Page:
If vegans actually cared about animal suffering, they’d be out killing all the foxes and wolves and other carnivores inflicting pain and suffering on the poor innocent other animals. At the bare minimum they’d be putting the foxes and wolves in some sort of animal jail, awaiting trial.

    P.S. Matt, your post was hilarious! I laughed so hard. Not you Matt Miner, your post was thoroughly mundane and uninspiring.

  17. Matt Rider September 27, 2011 at 7:50 pm - Reply

    Charleen,

    Oh you angy, angry vegan…you might have swayed my opinion. Your extremely ridiculous reasoning has swayed my heart from hatred to sympathy. I am so sorry you are so stupid. You only wish you were the coolest. However, KD is cool, cool for letting idiots like you post on her stupid page.

  18. charleen September 27, 2011 at 7:07 pm - Reply

    Almost forgot,
    Matt Rider, you’re an ass and I’m the coolest motherfucker on this planet.
    ;)

  19. charleen September 27, 2011 at 7:02 pm - Reply

    I recently heard that there’s been some confusion as to where said donation is coming from- Bob’s Red Mill Co. or Bob Moore, the founder. Indeed, the donation is made by Bob Moore and his wife, Charlee. It’s also been said that because it’s from the Moore’s, there’s no reason to boycott the Company. Quite simply, this is flawed reasoning.

    As responsible vegans, the only tangible form of protest and instrument of change we possess, is often only with our money. Bob Moore is the CEO of Bob’s Red Mill and the public image of the Company. The Company and Bob Moore have a mutual relationship regarding the exchange of funds (salary/profits). This fact makes the Company responsible for mitigating or handling the actions of it’s employees- including the CEO (it is standard practice for employees of many companies to be contractually obligated to not portray the Company in a negative manner through personal actions). This is why a boycott of Bob’s Red Mill Co. is justified- one of their employees (who happens to be their public face) has portrayed the Company in a negative manner to us vegans.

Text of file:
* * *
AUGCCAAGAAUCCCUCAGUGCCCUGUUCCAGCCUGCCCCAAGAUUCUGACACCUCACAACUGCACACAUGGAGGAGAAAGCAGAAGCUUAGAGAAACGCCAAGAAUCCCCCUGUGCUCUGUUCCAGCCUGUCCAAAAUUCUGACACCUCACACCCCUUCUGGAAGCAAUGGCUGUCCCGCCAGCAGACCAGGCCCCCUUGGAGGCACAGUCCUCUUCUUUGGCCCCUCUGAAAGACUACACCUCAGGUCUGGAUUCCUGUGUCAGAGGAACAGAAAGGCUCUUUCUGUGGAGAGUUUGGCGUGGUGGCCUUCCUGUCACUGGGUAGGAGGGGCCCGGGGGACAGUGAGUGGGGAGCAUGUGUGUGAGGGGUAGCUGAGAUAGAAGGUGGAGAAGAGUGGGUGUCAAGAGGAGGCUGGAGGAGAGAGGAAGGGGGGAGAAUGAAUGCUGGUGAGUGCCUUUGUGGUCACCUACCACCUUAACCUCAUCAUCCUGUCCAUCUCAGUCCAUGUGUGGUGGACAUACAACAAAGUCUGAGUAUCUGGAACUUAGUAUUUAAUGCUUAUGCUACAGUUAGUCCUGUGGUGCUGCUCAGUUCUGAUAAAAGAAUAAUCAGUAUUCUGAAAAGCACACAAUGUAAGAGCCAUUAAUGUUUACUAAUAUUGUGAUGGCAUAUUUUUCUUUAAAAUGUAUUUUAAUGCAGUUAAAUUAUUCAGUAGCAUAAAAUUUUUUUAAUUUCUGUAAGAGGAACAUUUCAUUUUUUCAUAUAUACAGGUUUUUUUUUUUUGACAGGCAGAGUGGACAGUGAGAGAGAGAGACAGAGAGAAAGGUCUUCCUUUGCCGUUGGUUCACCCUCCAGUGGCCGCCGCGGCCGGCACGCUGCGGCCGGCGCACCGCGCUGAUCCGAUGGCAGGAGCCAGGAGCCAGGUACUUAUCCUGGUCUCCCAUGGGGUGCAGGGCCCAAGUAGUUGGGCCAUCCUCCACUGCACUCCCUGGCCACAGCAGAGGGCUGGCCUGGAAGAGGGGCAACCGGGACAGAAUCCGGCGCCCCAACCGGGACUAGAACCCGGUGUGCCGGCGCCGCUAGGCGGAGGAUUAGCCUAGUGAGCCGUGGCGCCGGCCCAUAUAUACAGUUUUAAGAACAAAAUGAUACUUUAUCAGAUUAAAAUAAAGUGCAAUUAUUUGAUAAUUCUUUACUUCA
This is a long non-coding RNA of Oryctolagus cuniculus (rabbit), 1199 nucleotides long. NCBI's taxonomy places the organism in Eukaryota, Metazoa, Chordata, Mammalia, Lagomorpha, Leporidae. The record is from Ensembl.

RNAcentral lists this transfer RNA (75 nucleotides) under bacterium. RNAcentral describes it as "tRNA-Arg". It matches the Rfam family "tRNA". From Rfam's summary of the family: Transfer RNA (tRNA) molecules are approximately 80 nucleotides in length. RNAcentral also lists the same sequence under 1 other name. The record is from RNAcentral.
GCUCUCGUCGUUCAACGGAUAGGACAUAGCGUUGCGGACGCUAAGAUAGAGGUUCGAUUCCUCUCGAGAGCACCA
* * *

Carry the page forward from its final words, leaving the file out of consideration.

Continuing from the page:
I’d like to also add that it is flawed to reason that we, as vegans, should have no problem with this donation to an animal testing facility because the Company endorses animal use in regards to recipes (farm animals vs. lab animals). We should do nothing because we can’t do everything? This carries the argument to a level of absurdity. Let me be clear, ALL animal exploitation is wrong. But this is bigger than a “vegan” issue. Most people in this world, vegan or not, believe torturing animals is wrong. It’s far easier to convince someone that locking an animal in a cage, injecting them with chemicals, and letting them lay in their own excrement is worthy of being labeled an atrocity- than it is to convince them that the grilled cheese sandwich they’re eating is the same.

    It’s unfortunate that sometimes we have to choose our battles when it comes to ending human dominion over other animals. What would we do otherwise? Nothing? No way, not me, not in good conscience.

  20. Jenny September 27, 2011 at 5:55 pm - Reply

    Both you and Bob share the same conviction, though: that money is the best way to produce change, whether by funding nutrition research or boycotting companies. The idea of “vegan dollars” or of “voting with your pocketbook” distracts us from more direct engagement with inequalities (maybe not in individual cases — I’m sure you’re an activist — but in terms of social/political trends), just as a reliance on rich benefactors to support interventions in our unjust food system takes the heat off public policy makers who should be taking the lead to fix the problem.

  21. Leah September 27, 2011 at 2:05 pm - Reply

    I do not get this. Does this mean that, as a vegan, I shouldn’t eat at a restaurant that serves meat? or shop at Fred Meyer because they sell milk? I mean no offense, I am genuinely confused

  22. SoyCatty September 27, 2011 at 12:56 pm - Reply

    Joining the boycott and writing to company too.

    Please be sure you send your comments to the company. (Except for that DB Matt Rider. Please keep your intolerant and ignorant comments where they belong. )

  23. Matt Rider September 27, 2011 at 10:48 am - Reply

    I like what an idiot you are. It makes me feel even better about hating vegans. Thanks!

  24. Kriss Young September 27, 2011 at 10:19 am - Reply

    I agree with you completely on this, and will also be parting ways with Bob’s Red Mill.

  25. Barbara Rose September 27, 2011 at 9:45 am - Reply

    I think it’s sad and gross that Bob’s Red Mill would do this. It makes no difference to me if the money goes to animal testing. Animal testing will not stop until the money stops or they are completely condemned by humanity.

    It’s like when The Body Shop was sold to L’Oreal. Sell outs hurt especially in the case of animal rights.

  26. Matt Miner September 27, 2011 at 9:23 am - Reply

    Hear hear.

    There are other companies that do organic flours and nutritional yeast without giving $25 million to potentially torture animals in labs. I’ll support those companies, thanks.

    See ya, Bob – it’s been a nice ride. Now go fuck yourself.